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e-book The conduct of life (1860)

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This new edition emphasizes Emerson's philosophy and thoughts on such issues as freedom and fate; creativity and established culture; faith, experience, and evidence; the individual, God, and the world; unity and dualism; moral law, grace, and compensation; and wealth and success. Emerson's text has been fully annotated to explain difficult words and to clarify his references. The Introduction, Notes, Bibliography, Index, and Chronology of Emerson's life help the reader understand his distinctive outlook, his contributions to philosophy, and his place in American culture and society.

Get A Copy. Paperback , pages. Published April 28th by University Press of America first published More Details Original Title. Other Editions Friend Reviews. To see what your friends thought of this book, please sign up. To ask other readers questions about Conduct of Life , please sign up. Lists with This Book. Community Reviews.

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Showing Average rating 3. Rating details. More filters. Sort order. This is a book Emerson wrote in the latter years of his career, and it really shows how much he's changed both as a person and in his philosophy. He's become more balanced, more practical, less radical, less idealistic.

You can't find a more practical topic than the conduct of life! Some of these essays, like Behavior, in which he discusses the importance of proper etiquite, is a from his earlier writings. The classic Emerson is still noticeable in this book. In Fate, he argues how there are This is a book Emerson wrote in the latter years of his career, and it really shows how much he's changed both as a person and in his philosophy. In Fate, he argues how there are general tendencies and laws in all parts of nature and human conduct, which on a large enough scale serves as a sort of fate even though the individual still has free will.

Considerations comes the closest to classic Emerson, with lines like "Masses are rude, lame, unmade, pernicious in their demands and influence, and need not to be flattered but to be schooled. I wish not to concede anything to them, but to tame, drill, divide, and break them up, and draw individuals out of them. Noticeably missing is Emerson's iconic eloquence. Every line of his early writing was like a line of poetry. This book is eloquent, but not nearly as eloquent as his early writing.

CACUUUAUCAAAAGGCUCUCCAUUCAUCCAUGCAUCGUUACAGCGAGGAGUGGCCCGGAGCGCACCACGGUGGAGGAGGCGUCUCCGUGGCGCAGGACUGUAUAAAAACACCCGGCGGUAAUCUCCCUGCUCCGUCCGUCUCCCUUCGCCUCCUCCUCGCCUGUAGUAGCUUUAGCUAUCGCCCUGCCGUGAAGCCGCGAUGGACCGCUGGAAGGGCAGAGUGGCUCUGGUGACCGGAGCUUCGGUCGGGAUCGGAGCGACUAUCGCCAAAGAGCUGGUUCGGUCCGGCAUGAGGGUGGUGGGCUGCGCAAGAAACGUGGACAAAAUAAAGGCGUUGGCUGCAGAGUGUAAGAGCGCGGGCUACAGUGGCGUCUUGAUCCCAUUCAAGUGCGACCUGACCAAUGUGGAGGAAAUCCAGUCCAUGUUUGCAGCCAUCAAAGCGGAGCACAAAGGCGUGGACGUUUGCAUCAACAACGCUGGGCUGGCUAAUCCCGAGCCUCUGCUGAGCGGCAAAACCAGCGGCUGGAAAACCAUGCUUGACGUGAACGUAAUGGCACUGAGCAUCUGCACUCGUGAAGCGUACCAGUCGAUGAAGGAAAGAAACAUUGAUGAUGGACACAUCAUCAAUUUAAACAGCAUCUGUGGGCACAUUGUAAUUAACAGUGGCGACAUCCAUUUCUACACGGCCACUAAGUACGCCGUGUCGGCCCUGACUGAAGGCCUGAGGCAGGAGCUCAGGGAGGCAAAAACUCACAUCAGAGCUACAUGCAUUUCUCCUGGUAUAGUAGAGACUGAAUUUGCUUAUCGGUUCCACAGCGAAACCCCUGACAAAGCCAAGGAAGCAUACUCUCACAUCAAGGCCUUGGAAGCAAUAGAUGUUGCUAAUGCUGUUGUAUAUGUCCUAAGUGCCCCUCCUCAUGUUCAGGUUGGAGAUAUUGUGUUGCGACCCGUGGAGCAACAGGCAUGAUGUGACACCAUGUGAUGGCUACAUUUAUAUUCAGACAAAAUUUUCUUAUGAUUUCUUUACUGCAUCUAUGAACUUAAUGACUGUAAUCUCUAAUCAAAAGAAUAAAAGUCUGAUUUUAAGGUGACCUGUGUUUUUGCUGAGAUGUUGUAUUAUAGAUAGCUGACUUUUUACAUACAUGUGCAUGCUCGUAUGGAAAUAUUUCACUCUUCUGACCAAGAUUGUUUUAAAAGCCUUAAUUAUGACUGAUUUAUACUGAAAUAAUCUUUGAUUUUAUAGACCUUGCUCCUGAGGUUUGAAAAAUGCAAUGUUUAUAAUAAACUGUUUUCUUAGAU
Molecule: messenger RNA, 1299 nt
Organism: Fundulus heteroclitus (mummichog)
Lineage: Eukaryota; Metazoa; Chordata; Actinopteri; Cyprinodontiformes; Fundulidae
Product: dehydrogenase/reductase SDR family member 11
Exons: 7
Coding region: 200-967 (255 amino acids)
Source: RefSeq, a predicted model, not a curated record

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Conduct of Life: A Philosophical Reading

So there's a reason why all Emerson quotes come from his early writing, which was profound, poetic, and radical. I find it interesting that most people would say they value balance and maturity, and yet they find themselves most inspired by radical, idealistic philosophy. People seem to get most fired up by ideas they have no intention to live up to, from thinkers who themselves didn't live up to them. Isn't that odd? This is a good book, and maybe it's sad that a writer has to have all of their writing meticulously compared with their early writing.

After a writer makes their mark with something profound, they are expected to never change, which is silly and unreasonable. But we readers can't help it. We've come to expect a certain quality from a writer, and feel disappointed if later work is not as good as earlier works.

There is always a best way of doing everything. They do not know the charm with which all moments and objects can be embellished.

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Life is an ecstasy. Although not as strong as his Essays , there are some good observations and musings to be found in this collection, and I especially enjoyed Culture, Considerations by the Way, and Illusions. Emerson's writing seems to be suffused with this poetic quality, and so, much like his Essays and, I suspect, almost all his writing, poetical or otherwise this collection can be enjoyed as much for its language, as its content. Recommended for admirers of Emerson, but anyone unfamiliar should definitely start with his Essays.